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The key positions in Syracuse’s 3-3-5 defense and the players that fill those roles

It’s a new and unique defensive era for Syracuse football. Who needs to step up in key roles?

Syracuse v Maryland Photo by Mitchell Layton/Getty Images

You may have heard that the Syracuse Orange will play a 3-3-5 defense after the addition of new defensive coordinator Tony White (Steve covered this a bit earlier in the year).

And most of you are familiar with a traditional 4-3 or 3-4 defense. But the 3-3-5 isn’t that well known outside of the college game. Let’s take some time to highlight some of the important positions in the defensive scheme and who falls into those roles in this season’s depth chart

NCAA Football: Syracuse at Louisiana State Derick E. Hingle-USA TODAY Sports

Nose Tackle: McKinley Williams

The nature of the 3-3-5 means that the primary attacking threat from the defense comes from the linebackers and the secondary. As such, the defensive line gets a vastly different role than in a traditional defense. The objective of the men in the trenches is to occupy blockers and draw double teams so that they can create gaps for the linebackers and secondary to attack the ball carriers or the quarterback. The nose tackle in particular needs to command a lot of attention as he can open up a lot of different lanes that the defense can attack through.

Williams can certainly fulfill that job as his natural frame means you have to pay attention to him or he will bully his way through the offensive line. You know that “Bear” is hungry to get back on the field after missing most of the 2019 season with a foot injury. While his stats don’t always fly off the charts, he’ll need to plug holes and create chaos so that defenses have to focus on him and get complacent about the other threats on the Syracuse defense. Speaking of those threats…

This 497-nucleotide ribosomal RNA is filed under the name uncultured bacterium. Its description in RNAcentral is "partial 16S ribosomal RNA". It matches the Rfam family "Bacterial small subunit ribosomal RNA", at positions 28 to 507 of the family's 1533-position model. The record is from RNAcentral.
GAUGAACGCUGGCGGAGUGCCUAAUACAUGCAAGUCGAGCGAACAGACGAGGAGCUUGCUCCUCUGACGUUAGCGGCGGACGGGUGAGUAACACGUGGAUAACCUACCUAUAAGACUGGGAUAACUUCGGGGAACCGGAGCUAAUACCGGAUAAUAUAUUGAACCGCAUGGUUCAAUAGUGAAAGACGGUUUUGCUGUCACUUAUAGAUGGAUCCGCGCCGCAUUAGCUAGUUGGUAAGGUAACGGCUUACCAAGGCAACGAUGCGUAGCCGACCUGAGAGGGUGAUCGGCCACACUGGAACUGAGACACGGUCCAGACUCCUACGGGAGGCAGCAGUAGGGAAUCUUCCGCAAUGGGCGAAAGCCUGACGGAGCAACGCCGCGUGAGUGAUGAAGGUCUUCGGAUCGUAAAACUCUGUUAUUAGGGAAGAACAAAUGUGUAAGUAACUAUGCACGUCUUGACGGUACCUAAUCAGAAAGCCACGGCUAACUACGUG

Weak-side Linebacker: Tyrell Richards

You could really group the linebackers all together as the key to making the 3-3-5 defense run. All three positions have to be incredibly versatile. Each linebacker will be called on to blitz or drop back in coverage multiple times. Arguably the most important of the linebackers is the weak-side linebacker. The other two will most likely be like the defensive linemen - gap-fillers that occupy offensive linemen and free up others to attack. The weak-side linebacker ideally can come unblocked or against a running back that is back blocking. You want your linebackers to be explosive and fast, especially your weak-side linebacker.

Who fits that typing more than Richards? His unique skillset makes him a perfect fit for the 3-3-5. We know he’s incredibly versatile and can be effective in coverage, but most fans - including me - are excited to see him rush the quarterback. Again, ideally he gets a mismatch or the blockers get clogged up focusing on other rushers. But the main philosophies of the new defense fit Richards perfectly.

Syracuse v North Carolina State Photo by Streeter Lecka/Getty Images

Rover/Nickelback: Eric Coley

One of the defining characteristics of the 3-3-5 formation is the consistent use of a nickelback, or a rover as defined in the 2020 spring depth chart. Syracuse is used to running a nickelback normally in their defensive formation after using the 4-2-5 last year. However, what makes this nickelback unique in the 3-3-5 is that he essentially becomes a 4th linebacker at times.

Soccer fans will be familiar with the “False 9” formation, where the main striker drops back a little more into the midfield and allows the wingers to push up the pitch more. The nickelback is the “False 4th” linebacker since he will be used often in the pass rush. He’ll also be one of the primary attacking threats along with the weak-side linebacker to opposing ball carriers. Of course his pass coverage abilities are very necessary, but his rushing abilities can’t be overlooked.

We’re used to one specific person fulfilling Syracuse’s role as their nickelback over the past couple of seasons. Trill Williams has performed exceptionally as SU’s nickelback and he’s rightfully earned a promotion as the primary cornerback for the Orange this season. Stepping into his shoes as Syracuse’s nickelback is Coley, who served as the first-choice backup at both safety positions last season. He’ll be looked upon to provide unique looks out of the secondary, whether as a rusher or a pass defender.

What do you think are the most important positions that contribute to the success of the 3-3-5? Who for Syracuse slots into those crucial positions? Sound off in the comments below.